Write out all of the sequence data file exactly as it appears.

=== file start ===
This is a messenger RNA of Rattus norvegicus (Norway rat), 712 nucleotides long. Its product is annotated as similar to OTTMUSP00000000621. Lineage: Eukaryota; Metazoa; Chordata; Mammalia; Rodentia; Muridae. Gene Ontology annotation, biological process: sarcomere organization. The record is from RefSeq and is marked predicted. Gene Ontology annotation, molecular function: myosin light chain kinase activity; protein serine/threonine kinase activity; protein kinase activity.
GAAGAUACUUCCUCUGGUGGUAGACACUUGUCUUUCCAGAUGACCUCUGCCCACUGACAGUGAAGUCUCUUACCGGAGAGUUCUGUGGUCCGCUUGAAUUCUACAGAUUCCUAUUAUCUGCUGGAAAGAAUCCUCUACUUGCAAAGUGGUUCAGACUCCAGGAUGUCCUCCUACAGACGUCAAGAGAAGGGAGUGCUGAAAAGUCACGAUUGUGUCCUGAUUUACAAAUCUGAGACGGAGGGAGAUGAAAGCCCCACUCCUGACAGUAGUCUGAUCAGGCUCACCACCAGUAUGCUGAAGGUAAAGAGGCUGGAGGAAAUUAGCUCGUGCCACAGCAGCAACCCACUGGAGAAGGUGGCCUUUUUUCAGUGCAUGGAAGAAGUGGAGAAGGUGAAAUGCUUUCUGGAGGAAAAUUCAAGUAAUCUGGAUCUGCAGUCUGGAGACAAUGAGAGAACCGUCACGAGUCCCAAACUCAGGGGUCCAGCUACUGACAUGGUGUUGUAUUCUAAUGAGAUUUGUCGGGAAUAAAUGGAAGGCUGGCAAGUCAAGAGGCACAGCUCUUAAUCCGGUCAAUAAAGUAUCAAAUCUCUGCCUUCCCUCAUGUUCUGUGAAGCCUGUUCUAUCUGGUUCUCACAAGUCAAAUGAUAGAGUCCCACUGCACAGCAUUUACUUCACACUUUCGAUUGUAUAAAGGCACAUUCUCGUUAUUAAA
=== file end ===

This is a messenger RNA of Rattus norvegicus (Norway rat), 712 nucleotides long. Its product is annotated as similar to OTTMUSP00000000621. Lineage: Eukaryota; Metazoa; Chordata; Mammalia; Rodentia; Muridae. Gene Ontology annotation, biological process: sarcomere organization. The record is from RefSeq and is marked predicted. Gene Ontology annotation, molecular function: myosin light chain kinase activity; protein serine/threonine kinase activity; protein kinase activity.
GAAGAUACUUCCUCUGGUGGUAGACACUUGUCUUUCCAGAUGACCUCUGCCCACUGACAGUGAAGUCUCUUACCGGAGAGUUCUGUGGUCCGCUUGAAUUCUACAGAUUCCUAUUAUCUGCUGGAAAGAAUCCUCUACUUGCAAAGUGGUUCAGACUCCAGGAUGUCCUCCUACAGACGUCAAGAGAAGGGAGUGCUGAAAAGUCACGAUUGUGUCCUGAUUUACAAAUCUGAGACGGAGGGAGAUGAAAGCCCCACUCCUGACAGUAGUCUGAUCAGGCUCACCACCAGUAUGCUGAAGGUAAAGAGGCUGGAGGAAAUUAGCUCGUGCCACAGCAGCAACCCACUGGAGAAGGUGGCCUUUUUUCAGUGCAUGGAAGAAGUGGAGAAGGUGAAAUGCUUUCUGGAGGAAAAUUCAAGUAAUCUGGAUCUGCAGUCUGGAGACAAUGAGAGAACCGUCACGAGUCCCAAACUCAGGGGUCCAGCUACUGACAUGGUGUUGUAUUCUAAUGAGAUUUGUCGGGAAUAAAUGGAAGGCUGGCAAGUCAAGAGGCACAGCUCUUAAUCCGGUCAAUAAAGUAUCAAAUCUCUGCCUUCCCUCAUGUUCUGUGAAGCCUGUUCUAUCUGGUUCUCACAAGUCAAAUGAUAGAGUCCCACUGCACAGCAUUUACUUCACACUUUCGAUUGUAUAAAGGCACAUUCUCGUUAUUAAA